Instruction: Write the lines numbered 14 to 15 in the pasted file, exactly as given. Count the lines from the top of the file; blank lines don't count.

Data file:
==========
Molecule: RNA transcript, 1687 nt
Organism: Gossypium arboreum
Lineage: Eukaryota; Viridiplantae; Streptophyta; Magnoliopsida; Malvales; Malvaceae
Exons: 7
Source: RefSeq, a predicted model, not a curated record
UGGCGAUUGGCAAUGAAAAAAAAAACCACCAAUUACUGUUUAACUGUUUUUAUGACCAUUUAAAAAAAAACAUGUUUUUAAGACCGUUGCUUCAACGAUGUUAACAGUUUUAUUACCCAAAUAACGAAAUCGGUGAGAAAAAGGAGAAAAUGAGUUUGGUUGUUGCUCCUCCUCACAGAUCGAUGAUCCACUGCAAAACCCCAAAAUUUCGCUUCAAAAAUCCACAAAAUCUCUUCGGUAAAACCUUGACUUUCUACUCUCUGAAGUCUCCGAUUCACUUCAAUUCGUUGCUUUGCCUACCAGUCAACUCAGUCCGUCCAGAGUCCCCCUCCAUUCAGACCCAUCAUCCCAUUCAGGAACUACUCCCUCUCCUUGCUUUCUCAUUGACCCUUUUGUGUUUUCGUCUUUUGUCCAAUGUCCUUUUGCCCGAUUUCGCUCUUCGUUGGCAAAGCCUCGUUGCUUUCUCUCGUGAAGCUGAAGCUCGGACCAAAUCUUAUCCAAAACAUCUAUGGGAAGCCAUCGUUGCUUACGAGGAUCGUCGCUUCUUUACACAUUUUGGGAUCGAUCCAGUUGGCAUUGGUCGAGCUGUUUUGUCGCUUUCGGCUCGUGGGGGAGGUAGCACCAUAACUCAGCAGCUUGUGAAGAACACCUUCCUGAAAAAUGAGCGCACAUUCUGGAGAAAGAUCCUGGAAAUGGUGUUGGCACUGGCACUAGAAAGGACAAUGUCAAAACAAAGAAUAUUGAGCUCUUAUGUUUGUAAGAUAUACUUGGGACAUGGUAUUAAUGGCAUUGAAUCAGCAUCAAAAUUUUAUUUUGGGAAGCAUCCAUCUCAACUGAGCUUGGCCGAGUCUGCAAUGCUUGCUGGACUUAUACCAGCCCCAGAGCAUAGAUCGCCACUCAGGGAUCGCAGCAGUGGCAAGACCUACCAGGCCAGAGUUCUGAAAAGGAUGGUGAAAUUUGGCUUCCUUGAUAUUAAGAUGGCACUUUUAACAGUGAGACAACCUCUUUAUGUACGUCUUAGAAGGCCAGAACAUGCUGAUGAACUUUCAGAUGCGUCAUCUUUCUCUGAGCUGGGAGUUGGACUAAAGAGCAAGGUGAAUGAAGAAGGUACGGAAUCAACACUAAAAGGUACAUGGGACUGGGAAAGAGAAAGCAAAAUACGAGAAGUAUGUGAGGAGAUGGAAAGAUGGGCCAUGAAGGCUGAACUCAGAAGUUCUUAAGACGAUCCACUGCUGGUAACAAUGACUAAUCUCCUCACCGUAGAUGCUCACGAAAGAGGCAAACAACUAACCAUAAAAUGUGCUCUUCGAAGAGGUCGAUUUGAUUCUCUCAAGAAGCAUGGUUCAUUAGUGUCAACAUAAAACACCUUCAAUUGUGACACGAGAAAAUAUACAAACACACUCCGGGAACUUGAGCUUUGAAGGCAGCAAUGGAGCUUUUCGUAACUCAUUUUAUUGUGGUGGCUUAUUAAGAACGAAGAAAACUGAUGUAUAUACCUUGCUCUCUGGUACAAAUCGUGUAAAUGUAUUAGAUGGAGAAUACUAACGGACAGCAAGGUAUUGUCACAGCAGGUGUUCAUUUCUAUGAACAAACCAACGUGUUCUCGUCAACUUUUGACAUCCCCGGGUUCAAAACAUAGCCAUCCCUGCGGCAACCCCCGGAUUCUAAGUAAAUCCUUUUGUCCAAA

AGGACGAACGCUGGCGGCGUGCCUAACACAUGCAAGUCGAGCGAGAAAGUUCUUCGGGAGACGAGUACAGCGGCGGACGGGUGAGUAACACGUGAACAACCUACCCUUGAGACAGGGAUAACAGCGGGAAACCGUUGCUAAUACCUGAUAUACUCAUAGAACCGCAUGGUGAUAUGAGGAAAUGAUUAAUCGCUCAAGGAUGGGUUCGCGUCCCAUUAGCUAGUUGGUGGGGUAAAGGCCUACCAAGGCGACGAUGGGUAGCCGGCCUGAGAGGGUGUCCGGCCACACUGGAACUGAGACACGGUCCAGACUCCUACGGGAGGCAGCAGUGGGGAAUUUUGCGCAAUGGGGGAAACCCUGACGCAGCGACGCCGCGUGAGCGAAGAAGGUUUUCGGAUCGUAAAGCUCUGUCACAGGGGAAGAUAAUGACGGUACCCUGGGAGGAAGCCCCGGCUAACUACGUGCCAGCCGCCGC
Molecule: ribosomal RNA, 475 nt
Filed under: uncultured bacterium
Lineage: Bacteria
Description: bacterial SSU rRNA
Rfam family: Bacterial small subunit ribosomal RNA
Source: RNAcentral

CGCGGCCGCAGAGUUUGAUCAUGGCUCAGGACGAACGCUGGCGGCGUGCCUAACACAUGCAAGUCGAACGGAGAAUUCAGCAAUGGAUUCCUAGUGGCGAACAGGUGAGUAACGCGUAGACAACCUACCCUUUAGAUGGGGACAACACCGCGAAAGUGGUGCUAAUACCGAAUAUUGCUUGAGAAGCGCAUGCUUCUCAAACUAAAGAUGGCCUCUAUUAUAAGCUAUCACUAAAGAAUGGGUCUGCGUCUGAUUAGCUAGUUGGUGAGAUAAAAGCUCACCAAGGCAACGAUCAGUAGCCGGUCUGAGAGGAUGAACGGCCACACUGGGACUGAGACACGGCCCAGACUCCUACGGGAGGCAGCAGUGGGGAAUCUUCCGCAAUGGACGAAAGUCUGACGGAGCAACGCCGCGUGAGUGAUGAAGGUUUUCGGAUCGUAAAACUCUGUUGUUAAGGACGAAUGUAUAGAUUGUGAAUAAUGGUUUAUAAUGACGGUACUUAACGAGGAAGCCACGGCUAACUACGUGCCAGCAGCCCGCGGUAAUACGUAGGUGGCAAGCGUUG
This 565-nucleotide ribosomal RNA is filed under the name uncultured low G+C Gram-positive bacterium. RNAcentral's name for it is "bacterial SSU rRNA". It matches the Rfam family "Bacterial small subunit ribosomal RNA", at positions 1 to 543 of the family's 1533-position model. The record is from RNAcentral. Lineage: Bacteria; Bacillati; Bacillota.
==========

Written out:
CGCGGCCGCAGAGUUUGAUCAUGGCUCAGGACGAACGCUGGCGGCGUGCCUAACACAUGCAAGUCGAACGGAGAAUUCAGCAAUGGAUUCCUAGUGGCGAACAGGUGAGUAACGCGUAGACAACCUACCCUUUAGAUGGGGACAACACCGCGAAAGUGGUGCUAAUACCGAAUAUUGCUUGAGAAGCGCAUGCUUCUCAAACUAAAGAUGGCCUCUAUUAUAAGCUAUCACUAAAGAAUGGGUCUGCGUCUGAUUAGCUAGUUGGUGAGAUAAAAGCUCACCAAGGCAACGAUCAGUAGCCGGUCUGAGAGGAUGAACGGCCACACUGGGACUGAGACACGGCCCAGACUCCUACGGGAGGCAGCAGUGGGGAAUCUUCCGCAAUGGACGAAAGUCUGACGGAGCAACGCCGCGUGAGUGAUGAAGGUUUUCGGAUCGUAAAACUCUGUUGUUAAGGACGAAUGUAUAGAUUGUGAAUAAUGGUUUAUAAUGACGGUACUUAACGAGGAAGCCACGGCUAACUACGUGCCAGCAGCCCGCGGUAAUACGUAGGUGGCAAGCGUUG
This 565-nucleotide ribosomal RNA is filed under the name uncultured low G+C Gram-positive bacterium. RNAcentral's name for it is "bacterial SSU rRNA". It matches the Rfam family "Bacterial small subunit ribosomal RNA", at positions 1 to 543 of the family's 1533-position model. The record is from RNAcentral. Lineage: Bacteria; Bacillati; Bacillota.